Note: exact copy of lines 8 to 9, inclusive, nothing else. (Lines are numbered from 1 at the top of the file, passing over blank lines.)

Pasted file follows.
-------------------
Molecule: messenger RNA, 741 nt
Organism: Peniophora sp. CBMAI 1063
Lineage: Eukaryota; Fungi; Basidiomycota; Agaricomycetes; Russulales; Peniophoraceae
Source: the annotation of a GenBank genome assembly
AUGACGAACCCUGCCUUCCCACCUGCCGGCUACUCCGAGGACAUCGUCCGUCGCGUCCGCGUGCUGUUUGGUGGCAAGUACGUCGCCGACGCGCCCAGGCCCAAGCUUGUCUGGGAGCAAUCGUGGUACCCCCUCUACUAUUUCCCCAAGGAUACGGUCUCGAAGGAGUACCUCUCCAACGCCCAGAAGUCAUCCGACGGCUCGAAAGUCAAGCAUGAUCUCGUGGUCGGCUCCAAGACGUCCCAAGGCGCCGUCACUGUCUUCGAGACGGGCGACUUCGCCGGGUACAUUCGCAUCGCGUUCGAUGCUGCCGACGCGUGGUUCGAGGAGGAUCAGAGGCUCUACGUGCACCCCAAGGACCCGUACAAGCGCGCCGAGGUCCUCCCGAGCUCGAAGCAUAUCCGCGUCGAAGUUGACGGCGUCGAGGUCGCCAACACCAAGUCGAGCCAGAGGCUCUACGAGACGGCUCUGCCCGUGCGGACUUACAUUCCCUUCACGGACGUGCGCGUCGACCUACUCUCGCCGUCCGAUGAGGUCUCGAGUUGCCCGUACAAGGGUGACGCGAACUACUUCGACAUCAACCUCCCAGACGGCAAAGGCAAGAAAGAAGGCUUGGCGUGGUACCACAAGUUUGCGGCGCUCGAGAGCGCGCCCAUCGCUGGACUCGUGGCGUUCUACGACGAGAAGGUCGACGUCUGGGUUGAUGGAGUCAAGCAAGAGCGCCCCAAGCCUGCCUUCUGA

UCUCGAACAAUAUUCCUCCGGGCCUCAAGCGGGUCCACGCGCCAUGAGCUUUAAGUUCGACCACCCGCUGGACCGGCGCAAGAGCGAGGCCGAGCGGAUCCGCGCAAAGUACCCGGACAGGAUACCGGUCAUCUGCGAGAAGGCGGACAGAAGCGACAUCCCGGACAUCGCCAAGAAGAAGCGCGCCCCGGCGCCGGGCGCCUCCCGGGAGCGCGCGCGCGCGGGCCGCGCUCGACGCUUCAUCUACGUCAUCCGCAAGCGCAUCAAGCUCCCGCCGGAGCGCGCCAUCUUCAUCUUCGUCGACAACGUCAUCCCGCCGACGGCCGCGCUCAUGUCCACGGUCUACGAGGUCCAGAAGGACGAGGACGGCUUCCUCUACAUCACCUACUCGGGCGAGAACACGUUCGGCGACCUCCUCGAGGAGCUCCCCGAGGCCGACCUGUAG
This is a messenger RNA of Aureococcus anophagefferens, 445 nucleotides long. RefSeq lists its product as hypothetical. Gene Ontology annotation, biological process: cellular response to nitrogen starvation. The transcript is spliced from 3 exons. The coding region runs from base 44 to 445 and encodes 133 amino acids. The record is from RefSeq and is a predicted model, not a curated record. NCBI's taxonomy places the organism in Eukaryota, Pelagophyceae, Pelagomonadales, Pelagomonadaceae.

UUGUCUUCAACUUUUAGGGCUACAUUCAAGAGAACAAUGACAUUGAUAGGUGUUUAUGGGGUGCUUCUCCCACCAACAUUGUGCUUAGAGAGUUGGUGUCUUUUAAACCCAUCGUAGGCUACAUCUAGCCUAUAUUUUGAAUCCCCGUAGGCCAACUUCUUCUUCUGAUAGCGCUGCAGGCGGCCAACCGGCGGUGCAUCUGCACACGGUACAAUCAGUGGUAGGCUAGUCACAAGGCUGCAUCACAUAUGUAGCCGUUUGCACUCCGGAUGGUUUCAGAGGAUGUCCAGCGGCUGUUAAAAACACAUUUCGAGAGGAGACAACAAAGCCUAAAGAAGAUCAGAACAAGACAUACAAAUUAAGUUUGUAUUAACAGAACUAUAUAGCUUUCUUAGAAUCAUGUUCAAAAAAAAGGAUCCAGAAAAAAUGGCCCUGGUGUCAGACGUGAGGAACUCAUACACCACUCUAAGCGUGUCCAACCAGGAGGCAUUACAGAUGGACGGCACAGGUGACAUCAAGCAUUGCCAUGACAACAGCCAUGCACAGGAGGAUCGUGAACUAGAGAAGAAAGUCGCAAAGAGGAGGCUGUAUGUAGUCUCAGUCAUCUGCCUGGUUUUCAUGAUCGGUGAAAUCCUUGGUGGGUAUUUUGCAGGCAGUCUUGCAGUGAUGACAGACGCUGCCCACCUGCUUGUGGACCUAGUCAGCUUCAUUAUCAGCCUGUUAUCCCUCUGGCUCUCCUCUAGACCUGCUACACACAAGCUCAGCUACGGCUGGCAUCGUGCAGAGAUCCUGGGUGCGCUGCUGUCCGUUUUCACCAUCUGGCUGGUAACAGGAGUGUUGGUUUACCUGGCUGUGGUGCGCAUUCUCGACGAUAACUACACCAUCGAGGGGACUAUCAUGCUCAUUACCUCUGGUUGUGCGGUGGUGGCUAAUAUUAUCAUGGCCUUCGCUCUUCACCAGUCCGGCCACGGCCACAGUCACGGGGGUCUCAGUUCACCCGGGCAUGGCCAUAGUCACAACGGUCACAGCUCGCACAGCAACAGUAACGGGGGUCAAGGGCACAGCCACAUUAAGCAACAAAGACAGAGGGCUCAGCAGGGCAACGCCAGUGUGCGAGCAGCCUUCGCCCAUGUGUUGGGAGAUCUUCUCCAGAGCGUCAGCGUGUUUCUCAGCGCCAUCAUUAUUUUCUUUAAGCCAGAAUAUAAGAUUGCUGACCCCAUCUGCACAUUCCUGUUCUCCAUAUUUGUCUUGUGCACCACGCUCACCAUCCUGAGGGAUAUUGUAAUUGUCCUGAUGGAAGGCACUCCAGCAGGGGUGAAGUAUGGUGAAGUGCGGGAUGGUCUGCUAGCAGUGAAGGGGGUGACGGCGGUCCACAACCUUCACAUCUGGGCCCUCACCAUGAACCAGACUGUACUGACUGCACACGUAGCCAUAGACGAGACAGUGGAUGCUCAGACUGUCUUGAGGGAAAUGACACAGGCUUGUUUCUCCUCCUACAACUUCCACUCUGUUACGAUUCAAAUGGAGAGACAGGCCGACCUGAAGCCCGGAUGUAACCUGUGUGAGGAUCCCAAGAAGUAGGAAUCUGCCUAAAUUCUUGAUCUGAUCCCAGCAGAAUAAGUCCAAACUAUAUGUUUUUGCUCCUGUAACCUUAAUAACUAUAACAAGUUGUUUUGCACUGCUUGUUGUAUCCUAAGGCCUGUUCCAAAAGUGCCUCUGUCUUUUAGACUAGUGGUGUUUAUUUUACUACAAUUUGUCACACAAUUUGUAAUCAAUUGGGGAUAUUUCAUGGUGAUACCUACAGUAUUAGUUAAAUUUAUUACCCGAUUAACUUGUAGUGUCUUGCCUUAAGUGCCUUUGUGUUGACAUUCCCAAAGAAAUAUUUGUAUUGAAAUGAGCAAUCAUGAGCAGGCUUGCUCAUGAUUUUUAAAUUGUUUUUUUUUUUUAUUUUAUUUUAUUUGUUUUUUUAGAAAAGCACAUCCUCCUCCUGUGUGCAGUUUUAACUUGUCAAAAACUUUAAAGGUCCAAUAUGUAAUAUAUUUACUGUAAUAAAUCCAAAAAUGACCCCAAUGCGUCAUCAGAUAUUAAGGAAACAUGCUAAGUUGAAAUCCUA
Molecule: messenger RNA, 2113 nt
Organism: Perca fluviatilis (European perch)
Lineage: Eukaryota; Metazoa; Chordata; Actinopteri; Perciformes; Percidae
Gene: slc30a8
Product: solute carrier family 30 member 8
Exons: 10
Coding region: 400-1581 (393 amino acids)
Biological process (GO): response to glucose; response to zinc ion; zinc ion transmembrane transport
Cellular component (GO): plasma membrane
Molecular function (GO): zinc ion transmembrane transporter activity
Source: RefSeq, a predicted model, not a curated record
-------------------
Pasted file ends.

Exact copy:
UUGUCUUCAACUUUUAGGGCUACAUUCAAGAGAACAAUGACAUUGAUAGGUGUUUAUGGGGUGCUUCUCCCACCAACAUUGUGCUUAGAGAGUUGGUGUCUUUUAAACCCAUCGUAGGCUACAUCUAGCCUAUAUUUUGAAUCCCCGUAGGCCAACUUCUUCUUCUGAUAGCGCUGCAGGCGGCCAACCGGCGGUGCAUCUGCACACGGUACAAUCAGUGGUAGGCUAGUCACAAGGCUGCAUCACAUAUGUAGCCGUUUGCACUCCGGAUGGUUUCAGAGGAUGUCCAGCGGCUGUUAAAAACACAUUUCGAGAGGAGACAACAAAGCCUAAAGAAGAUCAGAACAAGACAUACAAAUUAAGUUUGUAUUAACAGAACUAUAUAGCUUUCUUAGAAUCAUGUUCAAAAAAAAGGAUCCAGAAAAAAUGGCCCUGGUGUCAGACGUGAGGAACUCAUACACCACUCUAAGCGUGUCCAACCAGGAGGCAUUACAGAUGGACGGCACAGGUGACAUCAAGCAUUGCCAUGACAACAGCCAUGCACAGGAGGAUCGUGAACUAGAGAAGAAAGUCGCAAAGAGGAGGCUGUAUGUAGUCUCAGUCAUCUGCCUGGUUUUCAUGAUCGGUGAAAUCCUUGGUGGGUAUUUUGCAGGCAGUCUUGCAGUGAUGACAGACGCUGCCCACCUGCUUGUGGACCUAGUCAGCUUCAUUAUCAGCCUGUUAUCCCUCUGGCUCUCCUCUAGACCUGCUACACACAAGCUCAGCUACGGCUGGCAUCGUGCAGAGAUCCUGGGUGCGCUGCUGUCCGUUUUCACCAUCUGGCUGGUAACAGGAGUGUUGGUUUACCUGGCUGUGGUGCGCAUUCUCGACGAUAACUACACCAUCGAGGGGACUAUCAUGCUCAUUACCUCUGGUUGUGCGGUGGUGGCUAAUAUUAUCAUGGCCUUCGCUCUUCACCAGUCCGGCCACGGCCACAGUCACGGGGGUCUCAGUUCACCCGGGCAUGGCCAUAGUCACAACGGUCACAGCUCGCACAGCAACAGUAACGGGGGUCAAGGGCACAGCCACAUUAAGCAACAAAGACAGAGGGCUCAGCAGGGCAACGCCAGUGUGCGAGCAGCCUUCGCCCAUGUGUUGGGAGAUCUUCUCCAGAGCGUCAGCGUGUUUCUCAGCGCCAUCAUUAUUUUCUUUAAGCCAGAAUAUAAGAUUGCUGACCCCAUCUGCACAUUCCUGUUCUCCAUAUUUGUCUUGUGCACCACGCUCACCAUCCUGAGGGAUAUUGUAAUUGUCCUGAUGGAAGGCACUCCAGCAGGGGUGAAGUAUGGUGAAGUGCGGGAUGGUCUGCUAGCAGUGAAGGGGGUGACGGCGGUCCACAACCUUCACAUCUGGGCCCUCACCAUGAACCAGACUGUACUGACUGCACACGUAGCCAUAGACGAGACAGUGGAUGCUCAGACUGUCUUGAGGGAAAUGACACAGGCUUGUUUCUCCUCCUACAACUUCCACUCUGUUACGAUUCAAAUGGAGAGACAGGCCGACCUGAAGCCCGGAUGUAACCUGUGUGAGGAUCCCAAGAAGUAGGAAUCUGCCUAAAUUCUUGAUCUGAUCCCAGCAGAAUAAGUCCAAACUAUAUGUUUUUGCUCCUGUAACCUUAAUAACUAUAACAAGUUGUUUUGCACUGCUUGUUGUAUCCUAAGGCCUGUUCCAAAAGUGCCUCUGUCUUUUAGACUAGUGGUGUUUAUUUUACUACAAUUUGUCACACAAUUUGUAAUCAAUUGGGGAUAUUUCAUGGUGAUACCUACAGUAUUAGUUAAAUUUAUUACCCGAUUAACUUGUAGUGUCUUGCCUUAAGUGCCUUUGUGUUGACAUUCCCAAAGAAAUAUUUGUAUUGAAAUGAGCAAUCAUGAGCAGGCUUGCUCAUGAUUUUUAAAUUGUUUUUUUUUUUUAUUUUAUUUUAUUUGUUUUUUUAGAAAAGCACAUCCUCCUCCUGUGUGCAGUUUUAACUUGUCAAAAACUUUAAAGGUCCAAUAUGUAAUAUAUUUACUGUAAUAAAUCCAAAAAUGACCCCAAUGCGUCAUCAGAUAUUAAGGAAACAUGCUAAGUUGAAAUCCUA
Molecule: messenger RNA, 2113 nt